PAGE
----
2000 Château Fonréaud, Listrac
I’ve long been a fan of Fonréaud and its sister château across the road, Château Lestage, both owned by the Chanfreau family, who made wine in Algeria before they came to the Médoc.
Listrac is a small appellation that does not have much of an identity with wine lovers. There are nevertheless some fine estates there. Fonréaud has 38 hectares of vines (52% Cabernet Sauvignon, 45% Merlot, and 3% Petit Verdot). The château also makes a rare white Médoc (AOC Bordeaux) Le Cygne Blanc.
I opened this 2000 (red), figuring that most mid-range Bordeaux from that vintage is ready to drink. As it turns out in this particular instance, the wine probably would have been better a few years ago…
The color was showing its age, and then some, with a brown rim. The bouquet was the best part of the wine, showing sweet, subtle fruit and some humus overtones.
The taste was of aged Cabernet, in an old-fashioned style. The rich, velvety attack proceeded to turn dry, grippy, and austere, without the richness one would hope for in this great vintage. This is the sort of wine that is fine with food, but judged on its own, I would have to be fairly severe. Of course, this is a reflection on one wine, not on the estate as a whole. It makes me want to try a younger vintage soon!
2004 Château d’Issan, Margaux
Dating back to the 17th century, Issan is one of the loveliest châteaux in the Médoc. The estate’s history goes back to the Middle Ages. As one of ten third growths in Bordeaux, its reputation is better than most. Associated with the Cruse family since 1945, a new partner appeared in 2013 when Jacky Lorenzetti (owner of Ch. Pédesclaux in Pauillac and Château Lilian Ladouys in Saint-Estèphe) acquired a 50% shareholding.
Coming to the conclusion that most 2004s are ready to go, I opened and decanted this 2004 d’Issan two hours before drinking. The color is of medium intensity. There’s still some purple there, and good legs. The nose is sweet and ethereal, with humus, raisiny, and menthol nuances, as well as a pronounced smell I can only describe as lead, which I tend to attribute to appellations further north… As beguiling as the nose is, the wine disappoints on the palate, which is medium-long and refreshing, but dips on the middle and becomes angular. The lead aromatics follow through. This wine is like an overly thin top model. It will hold for quite some time thanks to the acid backbone, but will always lack generosity and richness.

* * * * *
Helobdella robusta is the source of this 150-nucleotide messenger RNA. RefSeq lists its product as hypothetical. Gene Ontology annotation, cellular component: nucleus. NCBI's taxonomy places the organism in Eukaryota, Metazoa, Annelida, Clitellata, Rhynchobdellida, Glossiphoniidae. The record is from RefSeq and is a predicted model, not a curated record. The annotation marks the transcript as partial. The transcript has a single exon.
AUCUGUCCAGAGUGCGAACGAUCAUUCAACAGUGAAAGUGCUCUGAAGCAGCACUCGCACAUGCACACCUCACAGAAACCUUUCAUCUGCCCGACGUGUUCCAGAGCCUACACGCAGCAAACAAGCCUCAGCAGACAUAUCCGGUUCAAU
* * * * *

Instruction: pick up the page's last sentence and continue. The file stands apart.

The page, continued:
2004 Château La Bessane, Margaux
Martine Cazeneuve is the driving force behind the 32-hectare cru bourgeois Haut-Médoc, Ch. Paloumey in Ludon, between La Lagune and Cantemerle. I’ve always been a fan of Paloumey. Madame Cazeneuve also owns 3 hectares in Cantenac, in the Margaux appellation. Ch. La Bessane is little-known because it is so small. It is also off the beaten track because it has a very unusual mix of grape varieties: 50% Petit Verdot (!), 30% Cabernet Sauvignon, and 20% Merlot.
The 2004 is a very deep purplish-red and a little fuzzy on the rim. My notes for the nose come in two stages. After two hours in the decanter, the bouquet was rather dumb, with caramel overtones. However, after another 4 hours it was singing, with pure, subtle, seductive, black cherry and pipe tobacco aromas. My better half tasted the wine blind and did not think it was a Bordeaux. I’m not really surprised because one doesn’t often come across such a huge percentage of Petit Verdot. The wine seemed big and brooding on the palate at first, but with increased aeration showed a sappy cherry quality, followed by an acid zing. Although many of the 2004s I’m drinking are not going anywhere, 2004 Ch. La Bessane definitely has more to deliver in the coming years.